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Outlier detection under interval uncertainty: algorithmic solvability and computational complexity. (English) Zbl 1076.65014
The purpose of the present paper is to investigate outlier detection problems under the interval uncertainty approach, to provide an analysis of their computational complexity, to obtain new efficient algorithms that solve some of these problems (that are tractable under reasonable conditions), and to take into consideration related open problems. The traditional engineering approach to outlier detection takes the following steps: (a) The measurement, “normal” values \(x_1, x_2, \dots, x_n\) are collected. (b) For these normal values the sample average \(E = (x_1 + \cdots+ x_n) / n\) and the standard deviation \(\sigma = \sqrt V\) are computed, where \(V = [(x_1 - E)^2 +\cdots + (x_n - E)^2] / n.\) (c) A new measurement result \(x\) is classified as an outlier if \(x\) is outside the \(k_0\sigma\) interval \([L, U]\), where \(L = E - k_0\sigma, U = E + k_0\sigma\), and \(k_0 > 1\) is some preselected parameter (most frequently, \(k_0 = 2, 3\), or 6). In real life, the normal values \(x_1,\dots, x_n\) are situated within certain interval ranges, and for different values of \(x_i\) \((i = 1,\dots,n)\) within its interval, one get different bounds \(L\) and \(U\) of the \(k_0\sigma\) interval. Detecting now the outliers requires to obtain: (1) the possible outliers, defined as located outside of (at least) one of the possible \(k_0\sigma\) intervals \([L, U]\), and (2) the guaranteed outliers, defined as being located outside of all possible \(k_0\sigma\) intervals \([L, U]\). It is thus essential to compute the exact ranges of the interval bounds \(L\) and \(U\).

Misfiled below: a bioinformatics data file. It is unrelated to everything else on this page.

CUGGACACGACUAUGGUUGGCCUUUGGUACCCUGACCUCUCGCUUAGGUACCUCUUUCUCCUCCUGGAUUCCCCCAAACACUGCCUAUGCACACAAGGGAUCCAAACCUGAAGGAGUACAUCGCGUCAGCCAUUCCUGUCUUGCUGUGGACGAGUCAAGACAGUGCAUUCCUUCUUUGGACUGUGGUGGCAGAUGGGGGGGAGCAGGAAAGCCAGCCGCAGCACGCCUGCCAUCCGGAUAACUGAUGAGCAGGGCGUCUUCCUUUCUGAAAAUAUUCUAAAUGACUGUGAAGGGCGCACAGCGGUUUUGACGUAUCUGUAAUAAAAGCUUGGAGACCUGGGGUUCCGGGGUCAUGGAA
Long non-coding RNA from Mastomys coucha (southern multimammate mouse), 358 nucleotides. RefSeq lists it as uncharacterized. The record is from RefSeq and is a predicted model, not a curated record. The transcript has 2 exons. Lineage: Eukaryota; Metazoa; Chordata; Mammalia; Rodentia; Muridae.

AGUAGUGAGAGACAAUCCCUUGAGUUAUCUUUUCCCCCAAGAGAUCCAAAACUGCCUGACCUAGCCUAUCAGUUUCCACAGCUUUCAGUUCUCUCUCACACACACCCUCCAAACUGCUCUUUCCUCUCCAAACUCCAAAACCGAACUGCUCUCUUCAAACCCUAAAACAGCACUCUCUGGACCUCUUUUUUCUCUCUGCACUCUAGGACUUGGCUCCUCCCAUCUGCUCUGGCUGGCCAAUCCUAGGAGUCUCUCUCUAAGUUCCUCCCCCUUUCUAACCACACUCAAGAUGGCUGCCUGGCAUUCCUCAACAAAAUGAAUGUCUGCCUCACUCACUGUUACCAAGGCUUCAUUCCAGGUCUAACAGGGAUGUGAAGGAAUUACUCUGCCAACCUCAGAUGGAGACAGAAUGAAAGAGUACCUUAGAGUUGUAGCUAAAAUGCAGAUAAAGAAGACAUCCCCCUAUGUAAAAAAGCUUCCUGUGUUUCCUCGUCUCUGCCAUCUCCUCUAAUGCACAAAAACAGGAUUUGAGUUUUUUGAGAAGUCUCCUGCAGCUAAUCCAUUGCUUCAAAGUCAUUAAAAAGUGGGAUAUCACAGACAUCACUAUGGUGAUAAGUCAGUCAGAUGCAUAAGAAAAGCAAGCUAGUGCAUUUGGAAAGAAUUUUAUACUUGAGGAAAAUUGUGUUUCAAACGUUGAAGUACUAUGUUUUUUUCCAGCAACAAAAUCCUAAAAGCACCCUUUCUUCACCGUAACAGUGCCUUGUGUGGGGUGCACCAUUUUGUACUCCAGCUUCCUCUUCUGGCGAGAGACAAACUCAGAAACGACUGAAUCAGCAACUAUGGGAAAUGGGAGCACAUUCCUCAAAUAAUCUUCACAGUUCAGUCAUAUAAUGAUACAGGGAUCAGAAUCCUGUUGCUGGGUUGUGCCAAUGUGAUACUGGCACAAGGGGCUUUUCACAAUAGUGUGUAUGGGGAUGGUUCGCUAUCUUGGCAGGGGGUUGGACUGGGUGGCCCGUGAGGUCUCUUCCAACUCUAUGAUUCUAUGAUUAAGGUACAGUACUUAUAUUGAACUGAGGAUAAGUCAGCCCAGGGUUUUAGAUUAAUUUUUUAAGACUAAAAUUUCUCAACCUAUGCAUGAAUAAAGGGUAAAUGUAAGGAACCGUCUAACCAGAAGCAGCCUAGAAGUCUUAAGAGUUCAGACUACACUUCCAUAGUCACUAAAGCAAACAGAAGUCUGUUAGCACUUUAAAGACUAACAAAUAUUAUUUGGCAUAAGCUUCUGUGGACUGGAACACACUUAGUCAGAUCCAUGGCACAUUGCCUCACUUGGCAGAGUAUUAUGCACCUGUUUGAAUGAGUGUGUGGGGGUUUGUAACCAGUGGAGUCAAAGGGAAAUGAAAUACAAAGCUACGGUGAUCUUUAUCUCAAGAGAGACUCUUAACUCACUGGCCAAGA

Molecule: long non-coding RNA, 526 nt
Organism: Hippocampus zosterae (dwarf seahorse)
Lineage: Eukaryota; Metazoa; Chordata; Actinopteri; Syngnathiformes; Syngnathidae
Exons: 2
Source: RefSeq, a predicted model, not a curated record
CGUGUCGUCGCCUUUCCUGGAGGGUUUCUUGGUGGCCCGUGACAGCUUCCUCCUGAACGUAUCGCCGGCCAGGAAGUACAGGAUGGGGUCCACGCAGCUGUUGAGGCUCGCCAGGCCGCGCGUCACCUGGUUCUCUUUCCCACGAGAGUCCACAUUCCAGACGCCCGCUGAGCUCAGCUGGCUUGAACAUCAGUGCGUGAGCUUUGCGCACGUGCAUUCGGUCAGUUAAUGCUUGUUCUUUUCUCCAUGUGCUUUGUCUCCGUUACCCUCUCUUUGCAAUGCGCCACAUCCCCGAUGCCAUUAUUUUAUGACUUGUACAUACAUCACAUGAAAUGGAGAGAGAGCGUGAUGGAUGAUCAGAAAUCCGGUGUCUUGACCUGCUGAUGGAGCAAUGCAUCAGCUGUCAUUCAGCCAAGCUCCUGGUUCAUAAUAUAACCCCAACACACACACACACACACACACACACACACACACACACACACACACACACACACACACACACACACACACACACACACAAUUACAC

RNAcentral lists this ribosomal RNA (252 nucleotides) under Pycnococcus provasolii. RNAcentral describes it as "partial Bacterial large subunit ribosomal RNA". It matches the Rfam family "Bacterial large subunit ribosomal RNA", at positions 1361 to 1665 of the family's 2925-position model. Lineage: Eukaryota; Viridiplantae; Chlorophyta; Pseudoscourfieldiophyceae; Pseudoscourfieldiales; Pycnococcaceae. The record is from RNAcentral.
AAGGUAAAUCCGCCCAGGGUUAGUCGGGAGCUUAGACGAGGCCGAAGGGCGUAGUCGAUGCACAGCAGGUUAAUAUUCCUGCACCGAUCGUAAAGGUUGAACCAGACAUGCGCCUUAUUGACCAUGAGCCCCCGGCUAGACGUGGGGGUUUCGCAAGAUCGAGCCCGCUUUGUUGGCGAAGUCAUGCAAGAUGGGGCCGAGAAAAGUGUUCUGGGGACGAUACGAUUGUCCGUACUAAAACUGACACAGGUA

The main results may now be summarized as follows: (i) Computing the exact ranges of the outlier interval bounds \(L\) and \(U\) is proved to be, in the general case, an NP-hard problem. (ii) The authors propose efficient (quadratic-time) algorithms that compute the ranges of \(L\) and \(U\) under reasonable conditions. (iii) Once a value is identified as an outlier for a fixed parameter value \(k_0\), the paper shows how to find out to what degree this value is an outlier, i.e. what is the largest value \(k_0\) for which this value is an outlier for sure.

MSC:
65C60 Computational problems in statistics (MSC2010)
65Y20 Complexity and performance of numerical algorithms
65G30 Interval and finite arithmetic
62F25 Parametric tolerance and confidence regions
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